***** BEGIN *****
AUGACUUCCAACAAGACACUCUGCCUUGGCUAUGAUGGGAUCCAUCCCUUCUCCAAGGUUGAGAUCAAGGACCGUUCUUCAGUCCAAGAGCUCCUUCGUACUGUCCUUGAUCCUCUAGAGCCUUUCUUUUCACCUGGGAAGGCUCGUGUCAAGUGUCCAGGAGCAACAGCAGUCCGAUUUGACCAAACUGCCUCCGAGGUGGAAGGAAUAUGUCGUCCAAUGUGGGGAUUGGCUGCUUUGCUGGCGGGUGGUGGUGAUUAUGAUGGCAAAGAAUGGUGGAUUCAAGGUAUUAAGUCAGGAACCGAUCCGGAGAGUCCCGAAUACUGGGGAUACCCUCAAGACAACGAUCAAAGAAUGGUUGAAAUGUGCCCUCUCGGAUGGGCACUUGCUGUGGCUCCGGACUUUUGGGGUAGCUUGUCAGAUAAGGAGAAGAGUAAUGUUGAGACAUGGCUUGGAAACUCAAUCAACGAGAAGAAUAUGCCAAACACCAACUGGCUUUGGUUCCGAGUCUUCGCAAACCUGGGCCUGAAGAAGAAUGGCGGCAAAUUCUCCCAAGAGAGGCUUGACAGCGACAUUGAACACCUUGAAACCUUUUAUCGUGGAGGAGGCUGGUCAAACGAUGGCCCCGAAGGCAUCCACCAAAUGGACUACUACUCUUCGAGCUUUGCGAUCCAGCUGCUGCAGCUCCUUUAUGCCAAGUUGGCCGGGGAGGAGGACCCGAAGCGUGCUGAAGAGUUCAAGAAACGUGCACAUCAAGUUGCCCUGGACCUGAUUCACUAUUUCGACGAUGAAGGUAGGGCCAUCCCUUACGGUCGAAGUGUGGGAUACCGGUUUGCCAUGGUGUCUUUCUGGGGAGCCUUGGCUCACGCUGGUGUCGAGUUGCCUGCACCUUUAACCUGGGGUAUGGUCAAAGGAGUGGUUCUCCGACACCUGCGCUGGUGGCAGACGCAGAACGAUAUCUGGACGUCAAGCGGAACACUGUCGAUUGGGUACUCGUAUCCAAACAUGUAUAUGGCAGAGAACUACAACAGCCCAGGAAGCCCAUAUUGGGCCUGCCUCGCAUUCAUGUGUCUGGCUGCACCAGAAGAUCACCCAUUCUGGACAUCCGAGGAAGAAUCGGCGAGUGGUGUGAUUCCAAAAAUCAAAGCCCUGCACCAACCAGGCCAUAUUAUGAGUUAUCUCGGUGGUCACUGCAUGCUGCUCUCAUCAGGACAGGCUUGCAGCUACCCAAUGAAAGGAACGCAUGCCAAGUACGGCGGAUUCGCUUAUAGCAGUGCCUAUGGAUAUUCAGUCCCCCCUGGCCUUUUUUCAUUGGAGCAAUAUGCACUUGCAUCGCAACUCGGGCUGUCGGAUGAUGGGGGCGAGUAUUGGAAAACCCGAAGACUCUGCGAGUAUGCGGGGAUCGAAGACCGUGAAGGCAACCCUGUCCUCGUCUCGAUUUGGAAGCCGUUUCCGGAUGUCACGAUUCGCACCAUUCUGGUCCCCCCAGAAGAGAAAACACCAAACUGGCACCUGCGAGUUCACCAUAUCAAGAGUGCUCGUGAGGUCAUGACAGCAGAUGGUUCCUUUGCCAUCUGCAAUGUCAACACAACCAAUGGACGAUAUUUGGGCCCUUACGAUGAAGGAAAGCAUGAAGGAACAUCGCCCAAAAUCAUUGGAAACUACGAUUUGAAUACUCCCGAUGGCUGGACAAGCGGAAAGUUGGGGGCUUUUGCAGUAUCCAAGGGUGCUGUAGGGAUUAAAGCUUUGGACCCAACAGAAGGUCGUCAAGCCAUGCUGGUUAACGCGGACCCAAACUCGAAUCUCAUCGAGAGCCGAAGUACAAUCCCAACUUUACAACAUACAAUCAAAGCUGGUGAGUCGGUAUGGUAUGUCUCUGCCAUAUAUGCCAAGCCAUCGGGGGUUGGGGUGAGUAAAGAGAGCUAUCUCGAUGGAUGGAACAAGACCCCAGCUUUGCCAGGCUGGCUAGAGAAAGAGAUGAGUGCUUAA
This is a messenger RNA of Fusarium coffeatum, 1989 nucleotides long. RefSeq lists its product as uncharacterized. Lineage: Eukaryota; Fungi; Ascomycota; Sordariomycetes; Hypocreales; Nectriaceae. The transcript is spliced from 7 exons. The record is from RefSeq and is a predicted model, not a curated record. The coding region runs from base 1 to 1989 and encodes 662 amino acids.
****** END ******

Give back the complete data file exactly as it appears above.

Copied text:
AUGACUUCCAACAAGACACUCUGCCUUGGCUAUGAUGGGAUCCAUCCCUUCUCCAAGGUUGAGAUCAAGGACCGUUCUUCAGUCCAAGAGCUCCUUCGUACUGUCCUUGAUCCUCUAGAGCCUUUCUUUUCACCUGGGAAGGCUCGUGUCAAGUGUCCAGGAGCAACAGCAGUCCGAUUUGACCAAACUGCCUCCGAGGUGGAAGGAAUAUGUCGUCCAAUGUGGGGAUUGGCUGCUUUGCUGGCGGGUGGUGGUGAUUAUGAUGGCAAAGAAUGGUGGAUUCAAGGUAUUAAGUCAGGAACCGAUCCGGAGAGUCCCGAAUACUGGGGAUACCCUCAAGACAACGAUCAAAGAAUGGUUGAAAUGUGCCCUCUCGGAUGGGCACUUGCUGUGGCUCCGGACUUUUGGGGUAGCUUGUCAGAUAAGGAGAAGAGUAAUGUUGAGACAUGGCUUGGAAACUCAAUCAACGAGAAGAAUAUGCCAAACACCAACUGGCUUUGGUUCCGAGUCUUCGCAAACCUGGGCCUGAAGAAGAAUGGCGGCAAAUUCUCCCAAGAGAGGCUUGACAGCGACAUUGAACACCUUGAAACCUUUUAUCGUGGAGGAGGCUGGUCAAACGAUGGCCCCGAAGGCAUCCACCAAAUGGACUACUACUCUUCGAGCUUUGCGAUCCAGCUGCUGCAGCUCCUUUAUGCCAAGUUGGCCGGGGAGGAGGACCCGAAGCGUGCUGAAGAGUUCAAGAAACGUGCACAUCAAGUUGCCCUGGACCUGAUUCACUAUUUCGACGAUGAAGGUAGGGCCAUCCCUUACGGUCGAAGUGUGGGAUACCGGUUUGCCAUGGUGUCUUUCUGGGGAGCCUUGGCUCACGCUGGUGUCGAGUUGCCUGCACCUUUAACCUGGGGUAUGGUCAAAGGAGUGGUUCUCCGACACCUGCGCUGGUGGCAGACGCAGAACGAUAUCUGGACGUCAAGCGGAACACUGUCGAUUGGGUACUCGUAUCCAAACAUGUAUAUGGCAGAGAACUACAACAGCCCAGGAAGCCCAUAUUGGGCCUGCCUCGCAUUCAUGUGUCUGGCUGCACCAGAAGAUCACCCAUUCUGGACAUCCGAGGAAGAAUCGGCGAGUGGUGUGAUUCCAAAAAUCAAAGCCCUGCACCAACCAGGCCAUAUUAUGAGUUAUCUCGGUGGUCACUGCAUGCUGCUCUCAUCAGGACAGGCUUGCAGCUACCCAAUGAAAGGAACGCAUGCCAAGUACGGCGGAUUCGCUUAUAGCAGUGCCUAUGGAUAUUCAGUCCCCCCUGGCCUUUUUUCAUUGGAGCAAUAUGCACUUGCAUCGCAACUCGGGCUGUCGGAUGAUGGGGGCGAGUAUUGGAAAACCCGAAGACUCUGCGAGUAUGCGGGGAUCGAAGACCGUGAAGGCAACCCUGUCCUCGUCUCGAUUUGGAAGCCGUUUCCGGAUGUCACGAUUCGCACCAUUCUGGUCCCCCCAGAAGAGAAAACACCAAACUGGCACCUGCGAGUUCACCAUAUCAAGAGUGCUCGUGAGGUCAUGACAGCAGAUGGUUCCUUUGCCAUCUGCAAUGUCAACACAACCAAUGGACGAUAUUUGGGCCCUUACGAUGAAGGAAAGCAUGAAGGAACAUCGCCCAAAAUCAUUGGAAACUACGAUUUGAAUACUCCCGAUGGCUGGACAAGCGGAAAGUUGGGGGCUUUUGCAGUAUCCAAGGGUGCUGUAGGGAUUAAAGCUUUGGACCCAACAGAAGGUCGUCAAGCCAUGCUGGUUAACGCGGACCCAAACUCGAAUCUCAUCGAGAGCCGAAGUACAAUCCCAACUUUACAACAUACAAUCAAAGCUGGUGAGUCGGUAUGGUAUGUCUCUGCCAUAUAUGCCAAGCCAUCGGGGGUUGGGGUGAGUAAAGAGAGCUAUCUCGAUGGAUGGAACAAGACCCCAGCUUUGCCAGGCUGGCUAGAGAAAGAGAUGAGUGCUUAA
This is a messenger RNA of Fusarium coffeatum, 1989 nucleotides long. RefSeq lists its product as uncharacterized. Lineage: Eukaryota; Fungi; Ascomycota; Sordariomycetes; Hypocreales; Nectriaceae. The transcript is spliced from 7 exons. The record is from RefSeq and is a predicted model, not a curated record. The coding region runs from base 1 to 1989 and encodes 662 amino acids.